Friday, April 30, 2010

Jesus Career Counselor by Laurie Beth Jones

I looked forward to reading this book because I thought I could integrate it into my own career counseling techniques. I am a high school counselor at an alternative high school. Although there is a separation of church and state, I hoped there would be nuggets I could use in counseling my students.

Laurie Beth Jones is an articulate writer and scripture scholar. She tells clever stories which segue into her lessons. By using the elements, she describes the strengths of a competent employee. She also offers 12 characteristics to guide the potential employee; rise, risk, roar, reflect, renew, restore, remain, return regenerate, revive, release and rejoice. Weaved within the pages are scriptural references and examples of people who possess different qualities from the Old and New Testaments.

This book is not a concrete "how to" guide for a career. The author's basic premise is that we can find work satisfying and God can guide us on our path. She gives sound tips for goal setting, understanding yourself, knowing lifestyle expectations but the book is ultimately about coming to know yourself in His eyes.

This is a concept book and includes excellent ideas in developing into a more complete person. The author uses examples from the scriptures which I found interesting, compelling, but a little distracting. Some of the examples were somewhat peripheral and I found myself digging into my scriptures to explore their character. On the other hand, it was a good exercise for me to look in the Bible for answers. The expectation, however, is that the reader already knows these people and read about them on Sunday at church. I feel pretty competent in my scriptural knowledge but I wish she had been more encompassing in discussing the examples from the Bible.

This is a weekend read. It contains good information and is a good taste for the person exploring career paths. As a counselor, I would have approached it with interest inventories, aptitude tests, and personal interviews. I guess this would put me in the element of "fire."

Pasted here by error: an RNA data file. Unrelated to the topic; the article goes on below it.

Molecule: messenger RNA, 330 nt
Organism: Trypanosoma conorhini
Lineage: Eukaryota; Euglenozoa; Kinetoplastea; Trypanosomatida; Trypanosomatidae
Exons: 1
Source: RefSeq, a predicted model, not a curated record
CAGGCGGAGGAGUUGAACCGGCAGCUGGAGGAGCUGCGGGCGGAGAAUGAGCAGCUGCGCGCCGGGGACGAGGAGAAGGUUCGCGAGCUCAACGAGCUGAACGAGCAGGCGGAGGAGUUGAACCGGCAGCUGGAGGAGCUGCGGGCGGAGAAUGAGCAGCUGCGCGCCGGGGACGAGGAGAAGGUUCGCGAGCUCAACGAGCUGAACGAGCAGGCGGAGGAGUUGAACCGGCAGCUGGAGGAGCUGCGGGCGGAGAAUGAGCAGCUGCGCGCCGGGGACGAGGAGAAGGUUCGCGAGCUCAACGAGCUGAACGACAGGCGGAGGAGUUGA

Monday, April 26, 2010

Captivating: Unveiling the Mystery of a Woman's Soul by John and Stasi Eldredge

This book written by a Christian couple is based on the premise that a woman longs for three things; to be romanced, an irreplaceable role in a great adventure, and beauty to unveil. Although, in summary, it sounds quite cheesy, Stasi and John guide the reader on a journey through scripture, literature, and real experiences that tend to lack empirical and statistical evidence yet resonates within the recesses of the mind.

That God created man, both male and female, in his own image is an accepted Christian doctrine. The authors take this doctrine a step further by expressing the divine nature of womanhood. He specifically blessed us with qualities that are feminine; relational, beautiful and seeking validation. It is their goal to assist the female reader unveil her femininity and connect with God and her man.

Validation is found within the books pages as the authors reveal that God is beautiful and glorious. He seeks to have an intimate relationship with His children. He seeks our honest hearts and implores us to seek Him.

It is easy to assume that every woman carries with her wounds that have not healed. Most pop psychology books provide ample fodder that our parents have wounded us. I tire of this mentality. It quickly establishes that our parents are the enemy rather than part of a support system that shaped our diverse personalities and independent selves. This mentality also relieves the grown child of any responsibility to respond differently to stimuli.